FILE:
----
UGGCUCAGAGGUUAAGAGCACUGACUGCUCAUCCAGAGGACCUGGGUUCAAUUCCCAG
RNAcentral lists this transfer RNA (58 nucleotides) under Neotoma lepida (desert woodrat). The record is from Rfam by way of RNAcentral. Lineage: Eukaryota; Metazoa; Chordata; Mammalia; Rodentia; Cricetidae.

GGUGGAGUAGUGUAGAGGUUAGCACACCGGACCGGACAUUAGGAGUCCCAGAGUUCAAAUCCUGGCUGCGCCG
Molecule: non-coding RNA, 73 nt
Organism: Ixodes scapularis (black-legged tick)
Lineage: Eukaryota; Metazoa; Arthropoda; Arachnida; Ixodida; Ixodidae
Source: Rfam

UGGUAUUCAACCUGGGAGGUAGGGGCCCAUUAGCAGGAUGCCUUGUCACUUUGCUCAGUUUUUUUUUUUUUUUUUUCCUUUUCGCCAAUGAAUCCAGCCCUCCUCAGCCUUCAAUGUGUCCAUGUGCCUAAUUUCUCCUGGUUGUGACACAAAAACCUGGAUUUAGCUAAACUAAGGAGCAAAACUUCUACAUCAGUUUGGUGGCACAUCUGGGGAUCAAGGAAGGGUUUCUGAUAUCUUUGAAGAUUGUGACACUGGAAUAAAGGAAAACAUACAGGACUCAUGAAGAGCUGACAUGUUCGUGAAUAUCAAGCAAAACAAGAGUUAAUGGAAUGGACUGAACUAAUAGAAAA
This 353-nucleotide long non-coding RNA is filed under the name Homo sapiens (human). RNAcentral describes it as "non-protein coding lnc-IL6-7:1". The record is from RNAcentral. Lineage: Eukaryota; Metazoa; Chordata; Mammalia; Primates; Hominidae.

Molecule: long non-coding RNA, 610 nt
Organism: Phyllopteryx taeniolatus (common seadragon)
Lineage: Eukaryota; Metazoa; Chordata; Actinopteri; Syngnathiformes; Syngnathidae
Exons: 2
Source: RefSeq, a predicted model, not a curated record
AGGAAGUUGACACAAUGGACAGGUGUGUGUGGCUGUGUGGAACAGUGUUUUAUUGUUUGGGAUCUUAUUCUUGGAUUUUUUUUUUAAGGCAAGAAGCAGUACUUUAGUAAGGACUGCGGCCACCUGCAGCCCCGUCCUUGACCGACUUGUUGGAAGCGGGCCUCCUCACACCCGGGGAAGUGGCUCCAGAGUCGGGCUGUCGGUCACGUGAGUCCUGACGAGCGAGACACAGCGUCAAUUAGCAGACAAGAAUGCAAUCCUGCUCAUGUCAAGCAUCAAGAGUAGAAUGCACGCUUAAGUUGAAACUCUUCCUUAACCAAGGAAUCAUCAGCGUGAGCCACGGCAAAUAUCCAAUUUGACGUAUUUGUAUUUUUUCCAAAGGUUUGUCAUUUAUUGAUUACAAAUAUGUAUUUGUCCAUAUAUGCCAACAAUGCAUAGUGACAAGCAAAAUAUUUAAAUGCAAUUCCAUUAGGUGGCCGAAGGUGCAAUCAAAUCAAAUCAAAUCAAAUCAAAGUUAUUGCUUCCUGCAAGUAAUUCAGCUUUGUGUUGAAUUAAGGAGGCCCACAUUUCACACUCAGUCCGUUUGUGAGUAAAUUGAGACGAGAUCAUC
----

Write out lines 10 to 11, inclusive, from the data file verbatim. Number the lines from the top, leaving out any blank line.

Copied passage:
Molecule: long non-coding RNA, 610 nt
Organism: Phyllopteryx taeniolatus (common seadragon)